Having a big, long-term, terrifying goal has flow-on effects. It motivates you to to do things which then develop their own sub goals.
One of the ways to train for mountain climbing (or anything that requires endurance) is running. The training web sites recommend that as much as possible you train "in kind", i.e. by actually carrying a heavy pack uphill. However, there's limits to how much or how often you can do this (viz, aborted tramping trip in the Tararuas, Dec 17--20). And in any case, it may not be possible to simulate the stresses you will be under climbing. The duration, pace, elevation and difficulty of any treks you get to do will depend on things like the time available, the terrain accessible, the preferences of your trekking companions, and the vagaries of the weather.
Running, on the other hand, allows you to destroy yourself at your leisure. And with my ability at cycling (distinctly mediocre) or swimming (close to non-existent), running is the obvious choice for sustainable, easy-access pain infliction.
Thus, it was the decision to aim for Aconcagua that provided the incentive to get back into running. I was long past due to replace my running shoes, since my existing ones were falling apart and never fit me that well anyway. When I finally made the trip down to the Shoe Clinic to have my gait analysed and buy some shoes, I'm not sure if I'd actually gone as far as saying it out loud, but the idea was certainly germinating somewhere in my mind.
At first I mainly ran on hills, or at least included a hill in the run. I managed to run for 1 hr 45 around the bays, with a loop up part of Mt Victoria. I did several runs up to the Brooklyn wind turbine. From my flat in Northland, that requires a descent to Aro St, followed by perhaps 280 metres of vertical ascent over a few kilometres.
In the most recent of these excursions, I pushed on past the windmill along the increasingly rough track that heads towards a mysterious radar station and eventually the sea. After about 25 minutes on this track, it started to get dark, the misty drizzle got thicker, and in the end I only just turned around in time to make it back to the windmill before the weather and the night closed in. I had been out nearly two hours -- not long by marathoners' standards, but seemingly a bridge too far for my body. I must have suffered dehydration, salt loss, or something, aggravated by being battered around in two indoor football games over the next couple of days (see future post on "training mix"). For about the next week I felt wiped out, even mildly depressed.
I was at risk of getting discouraged and allowing my training schedule to drift into haphazardness. Fortunately, I discovered that there is a half marathon scheduled for February 21 as part of the Wellington Round the Bays event. The opportunity to run under 1 hr 30 is something of a lifetime goal and a definite motivation. I have run three previous half marathons, in times of 1:34, 1:37 and 1:31. The last two were in strong northerly winds, and the last one may have been "worth" less than 1 hr 30, given that the winner didn't go far under 1:10 and I was 80th in a field of 800. But the time you did is the time you did, and it remains the case that I've never broken that magical figure.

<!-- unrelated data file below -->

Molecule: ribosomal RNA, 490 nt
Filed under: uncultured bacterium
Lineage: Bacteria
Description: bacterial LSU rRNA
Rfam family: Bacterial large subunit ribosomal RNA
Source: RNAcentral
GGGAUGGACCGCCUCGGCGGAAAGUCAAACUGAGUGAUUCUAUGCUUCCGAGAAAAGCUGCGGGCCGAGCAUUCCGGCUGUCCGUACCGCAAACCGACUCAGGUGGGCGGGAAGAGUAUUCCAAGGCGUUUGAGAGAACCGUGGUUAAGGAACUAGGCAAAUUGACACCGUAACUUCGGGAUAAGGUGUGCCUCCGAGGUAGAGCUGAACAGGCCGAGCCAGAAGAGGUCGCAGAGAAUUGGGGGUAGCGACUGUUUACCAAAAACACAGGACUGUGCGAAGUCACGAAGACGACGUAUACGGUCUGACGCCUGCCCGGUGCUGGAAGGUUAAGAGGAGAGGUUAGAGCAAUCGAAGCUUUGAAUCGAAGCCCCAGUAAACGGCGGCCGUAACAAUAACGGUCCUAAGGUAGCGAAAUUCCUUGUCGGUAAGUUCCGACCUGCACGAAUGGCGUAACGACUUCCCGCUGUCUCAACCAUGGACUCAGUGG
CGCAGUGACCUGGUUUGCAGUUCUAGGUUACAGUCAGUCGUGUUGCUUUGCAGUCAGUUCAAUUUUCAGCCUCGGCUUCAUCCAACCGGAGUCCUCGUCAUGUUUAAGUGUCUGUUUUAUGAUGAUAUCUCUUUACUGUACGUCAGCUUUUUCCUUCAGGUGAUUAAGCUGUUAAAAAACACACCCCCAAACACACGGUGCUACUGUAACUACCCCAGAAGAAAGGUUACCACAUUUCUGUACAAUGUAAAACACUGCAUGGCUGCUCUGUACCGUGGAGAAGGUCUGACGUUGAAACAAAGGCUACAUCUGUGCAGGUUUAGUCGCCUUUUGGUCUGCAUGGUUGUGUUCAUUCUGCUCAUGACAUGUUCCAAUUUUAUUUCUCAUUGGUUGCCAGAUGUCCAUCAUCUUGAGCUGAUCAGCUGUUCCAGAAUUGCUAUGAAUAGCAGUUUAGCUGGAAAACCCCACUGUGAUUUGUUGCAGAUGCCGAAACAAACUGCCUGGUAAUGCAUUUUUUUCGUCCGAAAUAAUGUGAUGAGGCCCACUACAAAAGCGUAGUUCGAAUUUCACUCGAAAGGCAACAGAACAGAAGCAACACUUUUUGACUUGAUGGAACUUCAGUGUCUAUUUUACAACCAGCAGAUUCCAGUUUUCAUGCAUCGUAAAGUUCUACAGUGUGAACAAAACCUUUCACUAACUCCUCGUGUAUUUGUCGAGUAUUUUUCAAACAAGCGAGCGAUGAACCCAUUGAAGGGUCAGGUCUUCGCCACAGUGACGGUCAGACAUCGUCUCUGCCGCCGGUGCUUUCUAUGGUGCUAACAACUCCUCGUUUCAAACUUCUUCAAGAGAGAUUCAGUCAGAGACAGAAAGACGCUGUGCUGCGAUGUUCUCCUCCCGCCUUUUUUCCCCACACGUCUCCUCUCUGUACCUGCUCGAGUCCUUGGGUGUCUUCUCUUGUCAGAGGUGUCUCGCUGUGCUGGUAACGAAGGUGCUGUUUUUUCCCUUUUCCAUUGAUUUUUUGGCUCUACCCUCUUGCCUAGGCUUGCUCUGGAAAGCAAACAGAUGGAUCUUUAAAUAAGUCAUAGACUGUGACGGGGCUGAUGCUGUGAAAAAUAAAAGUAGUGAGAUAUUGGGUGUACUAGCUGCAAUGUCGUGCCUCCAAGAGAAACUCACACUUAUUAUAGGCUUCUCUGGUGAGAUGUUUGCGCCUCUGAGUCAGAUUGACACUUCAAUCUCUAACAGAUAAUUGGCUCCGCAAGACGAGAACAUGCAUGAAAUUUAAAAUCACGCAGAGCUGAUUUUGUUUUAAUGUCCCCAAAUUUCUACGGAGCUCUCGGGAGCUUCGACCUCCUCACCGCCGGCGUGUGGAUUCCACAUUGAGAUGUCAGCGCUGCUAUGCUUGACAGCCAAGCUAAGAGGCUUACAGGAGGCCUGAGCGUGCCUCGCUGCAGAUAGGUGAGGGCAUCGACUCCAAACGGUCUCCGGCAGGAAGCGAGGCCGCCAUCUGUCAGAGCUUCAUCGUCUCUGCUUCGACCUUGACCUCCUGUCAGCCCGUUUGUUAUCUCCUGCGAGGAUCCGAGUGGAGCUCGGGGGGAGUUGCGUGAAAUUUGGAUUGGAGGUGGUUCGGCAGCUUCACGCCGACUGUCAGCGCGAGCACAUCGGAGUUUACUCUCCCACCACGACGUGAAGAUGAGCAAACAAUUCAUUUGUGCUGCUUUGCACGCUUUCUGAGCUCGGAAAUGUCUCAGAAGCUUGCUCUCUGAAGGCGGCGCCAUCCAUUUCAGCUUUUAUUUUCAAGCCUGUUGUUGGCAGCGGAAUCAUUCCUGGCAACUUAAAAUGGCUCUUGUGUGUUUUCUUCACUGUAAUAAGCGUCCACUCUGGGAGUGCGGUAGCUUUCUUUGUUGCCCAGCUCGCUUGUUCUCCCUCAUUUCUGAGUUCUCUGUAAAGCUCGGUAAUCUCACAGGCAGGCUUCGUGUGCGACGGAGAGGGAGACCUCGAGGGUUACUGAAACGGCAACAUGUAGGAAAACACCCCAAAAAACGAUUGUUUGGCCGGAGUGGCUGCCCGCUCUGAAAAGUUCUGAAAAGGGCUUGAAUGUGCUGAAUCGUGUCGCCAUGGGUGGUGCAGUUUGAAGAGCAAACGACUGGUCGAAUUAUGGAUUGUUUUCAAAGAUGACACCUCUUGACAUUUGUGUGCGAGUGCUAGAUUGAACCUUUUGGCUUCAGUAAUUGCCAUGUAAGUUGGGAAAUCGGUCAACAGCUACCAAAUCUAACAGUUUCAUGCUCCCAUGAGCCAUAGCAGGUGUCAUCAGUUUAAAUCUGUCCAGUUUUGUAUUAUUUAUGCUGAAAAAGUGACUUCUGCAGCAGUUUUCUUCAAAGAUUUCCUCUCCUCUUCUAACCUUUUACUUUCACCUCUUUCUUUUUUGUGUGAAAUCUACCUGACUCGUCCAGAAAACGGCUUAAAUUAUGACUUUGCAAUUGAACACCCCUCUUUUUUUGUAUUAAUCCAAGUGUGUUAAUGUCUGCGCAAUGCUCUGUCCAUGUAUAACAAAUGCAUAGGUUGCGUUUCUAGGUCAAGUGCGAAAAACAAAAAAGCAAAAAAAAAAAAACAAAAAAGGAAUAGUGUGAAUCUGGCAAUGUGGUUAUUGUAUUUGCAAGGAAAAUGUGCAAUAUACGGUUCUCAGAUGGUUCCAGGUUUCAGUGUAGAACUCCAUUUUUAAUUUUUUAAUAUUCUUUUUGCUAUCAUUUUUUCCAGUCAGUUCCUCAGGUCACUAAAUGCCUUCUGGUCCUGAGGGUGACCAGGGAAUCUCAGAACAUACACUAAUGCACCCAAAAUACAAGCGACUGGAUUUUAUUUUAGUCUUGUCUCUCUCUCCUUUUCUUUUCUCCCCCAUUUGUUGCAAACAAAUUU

I've now entered the race, and even just the anticipation of entering was enough to inspire a 16 1/2 km post-Christmas jog when I was down south at my parents' place. Since coming back to Wellington, I ran over the course last Thursday (appreciating the rata-splashed joys of the Miramar peninsula), and on Sunday did an out-and-back run of the first leg from Frank Kitts Park to Kilbirnie Park. I managed the course proper in 1 hr 35, while the 14km Sunday run took bang on an hour. That leaves substantial room for improvement if I want to reach my target.
Slightly worrying is that on both occasions there was a northerly tail wind on the first leg and I couldn't do it in less than 29 minutes: on Thursday my 7km splits were 31/34/30, and on Sunday approximately 29/31. It was somewhat odd that Sunday's last leg should be the quickest: on the positive side it shows good endurance, but on the negative, it could suggest that for some reason (encroaching age, poor technique?) I have no speed.
A consoling factor is that I think (based on my reading of the course map) that I have been adding some extra distance on to the first bit by doglegging around Te Papa. I have also been running with a small backpack carrying a little food, light pants and a sweater, and carrying a drink bottle in one hand. You don't want to run for an hour or more without liquid, but I think the bottle may be a slowing factor by restricting use of the arm which is carrying it. On Sunday, I ditched the bottle in a bin by Cobham Drive; it was notable that my time on the return leg was only 2 minutes slower despite running into a howling northwesterly that was so strong at times it was hard to stay upright.
Anyway, I'm off for another run tomorrow, and this time will be able to leave my things at work and run without a backpack, so we'll see how that goes. Also, although I know it's good practice, it would be nice to have a little bit less wind!